Robert W. Baird
|Robert W. Baird|
|Born||1 April 1883|
|Died||12 March 1969 (Age 85)|
|Alma mater||Northwestern University|
|Organization||Robert W. Baird & Company|
|Title||Lead Partner, President|
|Spouse(s)||Ora Davenport Baird|
|Awards||McGeoch Distinguished Citizenship Award|
He was a lead partner of the First Wisconsin Company, a Milwaukee, Wisconsin-based investment firm, when it was founded in 1919. He became the firm’s president in 1922 and remained at the helm when the company separated from the First Wisconsin National Bank in 1934. He was named chairman when the firm joined the New York Stock Exchange in 1948. Following the tradition of companies joining the NYSE, the firm took the name of its lead partner and officially became Robert W. Baird & Co.. He retired from the company in 1960, at age 77, and he died on 12 March 1969, at the age of 85.
Today Baird is an international, employee-owned financial services firm providing wealth management, capital markets, private equity, and asset management services to individuals, corporations, institutional investors, and municipalities. With more than 2,600 employees, Baird has offices in the United States, Europe, and Asia, and is one of the largest privately held, full-service investment firms in the United States. Baird manages and oversees $84 billion in client assets.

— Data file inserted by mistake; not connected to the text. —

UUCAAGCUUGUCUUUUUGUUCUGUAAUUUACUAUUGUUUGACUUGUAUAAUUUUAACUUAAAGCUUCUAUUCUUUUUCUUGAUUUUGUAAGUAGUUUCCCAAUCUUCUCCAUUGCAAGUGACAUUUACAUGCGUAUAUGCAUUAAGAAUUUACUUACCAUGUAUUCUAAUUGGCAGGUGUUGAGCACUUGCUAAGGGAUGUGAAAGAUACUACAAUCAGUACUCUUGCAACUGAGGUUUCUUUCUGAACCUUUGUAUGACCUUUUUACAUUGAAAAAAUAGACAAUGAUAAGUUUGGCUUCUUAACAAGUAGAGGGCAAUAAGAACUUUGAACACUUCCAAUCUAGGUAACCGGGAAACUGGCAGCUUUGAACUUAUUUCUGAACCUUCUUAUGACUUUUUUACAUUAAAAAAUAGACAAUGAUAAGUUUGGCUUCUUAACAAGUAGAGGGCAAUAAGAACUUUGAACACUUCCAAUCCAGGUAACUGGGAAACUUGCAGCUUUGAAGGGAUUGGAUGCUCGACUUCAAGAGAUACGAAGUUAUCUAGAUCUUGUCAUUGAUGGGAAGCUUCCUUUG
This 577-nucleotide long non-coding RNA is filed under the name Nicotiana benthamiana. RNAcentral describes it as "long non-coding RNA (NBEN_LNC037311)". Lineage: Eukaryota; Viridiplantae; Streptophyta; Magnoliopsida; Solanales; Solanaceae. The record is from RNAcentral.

Professional philosophy and achievements
Following the Wall Street Crash of 1929, Robert W. Baird was one of two men selected by the U.S. government to help develop legislation designed to put the securities-investment business on substantially more solid footing. He traveled widely within investment banking circles, sharing and fostering his belief that the whole industry must maintain the highest standards of integrity in dealing with investors and investment banking customers.
A founding member of the NASD (National Association of Securities Dealers) and its third national chairman, Baird was known for his integrity and his steadfast commitment to putting clients’ interests first. He was quoted in a Milwaukee Journal article dated Dec. 18, 1960, as saying: “They (the customers) will forgive you for errors of judgment, but they won’t forgive you for errors of motive.” He is also credited with the credo: “Honesty in our business dealings and integrity in everything we do.”